January 29, 2019
certification to the Superior Court, Appellate Division.
W. Carbone, Assistant Corporation Counsel, argued the cause
for appellants (Peter J. Baker, Corporation Counsel,
attorney; Scott W. Carbone and Cheneise V. Wright, Assistant
Corporation Counsel, on the briefs).
F. Curley argued the cause for respondent (Brian F. Curley,
on the briefs).
C. Sharpe argued the cause for amici curiae New Jersey
Municipal Excess Liability Joint Insurance Fund, New Jersey
State League of Municipalities, and New Jersey Institute of
Local Government Attorneys (Dorsey & Semrau, attorneys;
Fred C. Semrau, of counsel; and Susan C. Sharpe and Edward R.
Pasternak, on the brief).
L. Goldman argued the cause for amicus curiae New Jersey
Association for Justice (Goldman Davis, attorneys; Evan L.
Goldman, of counsel and on the brief; and Kristen Ragon, on
appeal, the Court considers the relationship between two
statutory schemes: the New Jersey Law Against Discrimination
(LAD), N.J.S.A. 10:5-1 to -49, and the New Jersey
Workers' Compensation Act (Act), N.J.S.A. 34:15-1 to
-146. Specifically, the Court must determine whether a
plaintiff who pursues a workers' compensation claim under
the Act but fails to utilize its enforcement mechanisms may
make a claim for failure to accommodate under the LAD.
Relatedly, the Court must also consider whether medical
treatment qualifies as a reasonable accommodation under the
on duty as a detective for the Jersey City Police Department
(JCPD) in August 1999, plaintiff Frank Caraballo sustained
injuries during a motor vehicle accident. The injuries to his
knees were severe and became chronic. In August 2001,
Caraballo filed a workers' compensation claim related to
the 1999 accident. Over the next several years, physicians
evaluated Caraballo. Two city-appointed doctors agreed that
Caraballo would eventually need total knee replacements to
recover fully from his injuries; other doctors confirmed
Caraballo's need for knee replacement surgery.
August 2010, Caraballo submitted an application for
retirement. Around the same time, the Commander of the JCPD
Medical Bureau, Lieutenant John McLellan, determined that
Caraballo "had been unfit for duty for numerous
years." Although doctors had recommended total knee
replacement surgery, McLellan did not believe that Caraballo
was pursuing this option. According to McLellan, Caraballo
refused to see the doctor "who would be able to
determine unequivocally whether or not he could have the
February 2011, Chief of Police Thomas Comey learned that
Caraballo had not undergone knee replacement surgery.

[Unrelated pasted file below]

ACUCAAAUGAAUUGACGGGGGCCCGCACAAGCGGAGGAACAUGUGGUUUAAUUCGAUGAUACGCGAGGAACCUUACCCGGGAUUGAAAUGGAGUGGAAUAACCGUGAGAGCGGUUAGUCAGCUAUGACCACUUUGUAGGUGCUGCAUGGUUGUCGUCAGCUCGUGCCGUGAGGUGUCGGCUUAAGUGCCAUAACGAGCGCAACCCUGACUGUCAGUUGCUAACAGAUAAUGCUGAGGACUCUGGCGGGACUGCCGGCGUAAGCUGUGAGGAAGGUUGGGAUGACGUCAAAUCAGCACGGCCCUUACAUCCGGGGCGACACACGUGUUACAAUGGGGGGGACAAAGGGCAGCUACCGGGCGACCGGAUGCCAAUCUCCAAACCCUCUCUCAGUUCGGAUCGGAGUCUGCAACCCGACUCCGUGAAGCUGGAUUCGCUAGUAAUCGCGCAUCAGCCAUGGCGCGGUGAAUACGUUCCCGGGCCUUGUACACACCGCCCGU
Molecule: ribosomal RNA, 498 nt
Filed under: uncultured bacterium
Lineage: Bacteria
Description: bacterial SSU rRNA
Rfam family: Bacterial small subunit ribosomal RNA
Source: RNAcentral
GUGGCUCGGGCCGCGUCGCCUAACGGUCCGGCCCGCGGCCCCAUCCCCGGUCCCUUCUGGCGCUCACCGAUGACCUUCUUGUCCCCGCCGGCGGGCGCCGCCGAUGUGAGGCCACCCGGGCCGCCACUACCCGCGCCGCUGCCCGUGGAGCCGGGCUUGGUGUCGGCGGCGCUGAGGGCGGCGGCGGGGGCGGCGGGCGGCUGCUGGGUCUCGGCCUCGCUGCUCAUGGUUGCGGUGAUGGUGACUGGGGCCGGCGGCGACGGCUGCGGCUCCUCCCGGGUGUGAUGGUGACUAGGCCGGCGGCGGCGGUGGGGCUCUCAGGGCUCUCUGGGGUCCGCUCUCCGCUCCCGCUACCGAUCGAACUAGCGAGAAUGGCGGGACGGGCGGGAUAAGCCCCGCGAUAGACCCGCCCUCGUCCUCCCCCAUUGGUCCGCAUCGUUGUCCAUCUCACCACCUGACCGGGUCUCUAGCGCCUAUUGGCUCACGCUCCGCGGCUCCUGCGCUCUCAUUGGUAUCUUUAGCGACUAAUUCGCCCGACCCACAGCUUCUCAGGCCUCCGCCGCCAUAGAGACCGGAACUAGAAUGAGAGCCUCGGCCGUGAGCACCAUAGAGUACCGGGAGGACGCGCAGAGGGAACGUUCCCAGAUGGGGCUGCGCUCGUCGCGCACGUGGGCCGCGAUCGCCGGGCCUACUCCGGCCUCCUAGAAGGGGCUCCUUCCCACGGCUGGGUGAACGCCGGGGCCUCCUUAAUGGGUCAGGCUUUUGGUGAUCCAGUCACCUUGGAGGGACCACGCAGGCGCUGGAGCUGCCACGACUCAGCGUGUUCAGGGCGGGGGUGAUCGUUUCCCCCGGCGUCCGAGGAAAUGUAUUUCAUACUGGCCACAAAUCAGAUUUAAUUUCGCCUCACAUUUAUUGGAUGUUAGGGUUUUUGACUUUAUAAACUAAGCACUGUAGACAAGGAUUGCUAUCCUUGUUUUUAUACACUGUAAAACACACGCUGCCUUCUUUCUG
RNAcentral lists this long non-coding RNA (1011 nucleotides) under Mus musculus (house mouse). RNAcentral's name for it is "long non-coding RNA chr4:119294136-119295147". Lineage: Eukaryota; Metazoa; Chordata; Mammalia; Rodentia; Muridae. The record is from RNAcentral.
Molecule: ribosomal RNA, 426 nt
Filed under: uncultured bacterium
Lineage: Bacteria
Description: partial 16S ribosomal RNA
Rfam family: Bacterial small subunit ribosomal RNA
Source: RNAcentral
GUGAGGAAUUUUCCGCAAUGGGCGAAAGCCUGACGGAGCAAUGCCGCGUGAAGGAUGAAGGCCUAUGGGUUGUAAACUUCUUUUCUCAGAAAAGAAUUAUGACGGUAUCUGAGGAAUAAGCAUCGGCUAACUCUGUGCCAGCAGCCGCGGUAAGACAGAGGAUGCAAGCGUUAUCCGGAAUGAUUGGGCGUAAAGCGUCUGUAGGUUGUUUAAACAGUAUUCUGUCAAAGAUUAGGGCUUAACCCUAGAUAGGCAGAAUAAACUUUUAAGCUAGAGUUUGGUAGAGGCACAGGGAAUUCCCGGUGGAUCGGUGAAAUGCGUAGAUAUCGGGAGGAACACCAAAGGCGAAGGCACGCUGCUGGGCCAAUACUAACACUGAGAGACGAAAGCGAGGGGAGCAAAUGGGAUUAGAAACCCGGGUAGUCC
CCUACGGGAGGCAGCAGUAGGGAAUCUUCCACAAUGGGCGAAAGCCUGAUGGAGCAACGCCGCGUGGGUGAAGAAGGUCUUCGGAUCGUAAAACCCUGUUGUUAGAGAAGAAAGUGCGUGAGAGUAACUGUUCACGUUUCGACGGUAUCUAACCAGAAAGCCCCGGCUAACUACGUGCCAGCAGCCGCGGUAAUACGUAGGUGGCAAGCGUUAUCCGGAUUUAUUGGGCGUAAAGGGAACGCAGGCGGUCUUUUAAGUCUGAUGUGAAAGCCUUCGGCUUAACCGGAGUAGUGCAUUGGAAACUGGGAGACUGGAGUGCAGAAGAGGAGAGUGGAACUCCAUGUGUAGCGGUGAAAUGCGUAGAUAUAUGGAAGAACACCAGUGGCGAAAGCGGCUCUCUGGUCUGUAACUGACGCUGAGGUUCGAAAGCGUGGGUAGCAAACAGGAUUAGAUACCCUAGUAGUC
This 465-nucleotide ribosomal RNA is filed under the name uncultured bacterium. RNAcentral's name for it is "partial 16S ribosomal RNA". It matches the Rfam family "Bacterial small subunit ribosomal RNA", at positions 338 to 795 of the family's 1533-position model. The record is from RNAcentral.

Caraballo retired on March 1. Shortly thereafter, Risk
Management authorized an orthopedic surgeon to evaluate
Caraballo for bilateral knee replacement surgery. The surgeon
examined Caraballo and, according to the doctor's
records, Caraballo "was told to contact [the] office to
pick a date for surgery pending medical and cardiac
clearance." Caraballo never called the doctor's
office to schedule surgery.
March 4, 2013, more than six-and-a-half years after he
requested that the JCPD authorize knee replacement surgery,
Caraballo settled his workers' compensation claim.
Shortly thereafter, he filed a complaint against the JCPD
asserting a cause of action under the LAD. Specifically,
Caraballo alleged that the JCPD failed to authorize his knee
replacement surgery and, therefore, failed to reasonably
accommodate his disability.
trial court granted the JCPD's motion for summary
judgment. The court found that even if the knee surgery could
have qualified as a reasonable accommodation, the record
contained several medical evaluations showing that Caraballo
was unable to carry out the responsibilities of a police
officer with or without the surgery. The trial court also
found that Caraballo could not bring a viable LAD claim
because he failed to enforce his right to have knee surgery
in the workers' compensation court. Citing Flick v.
PMA Insurance Co., 394 N.J.Super. 605 (App. Div. 2007),
the court concluded that because Caraballo failed to make an
application to enforce his right to have knee surgery, he was
"precluded from using a denial of the [w]orkers'
[c]ompensation benefits as a basis for his LAD claim."
Appellate Division reversed. According to the panel, the
record contained numerous material factual disputes --
including why Caraballo retired without receiving knee
surgery -- that should have been presented to a jury. The
Appellate Division also concluded that Caraballo established
a prima facie failure-to-accommodate case under the LAD. The
panel reasoned that there was a material dispute as to
whether Caraballo would have been able to perform his job
with the accommodation -- total knee replacement surgery.
Court granted the JCPD's petition for certification. 233
N.J. 485 (2018).
Caraballo's failure to utilize the Act's
administrative remedies to obtain knee replacement surgery
precludes his failure-to-accommodate claim under the LAD. In
addition, Caraballo's total knee replacement surgery
cannot qualify as a reasonable accommodation under the LAD.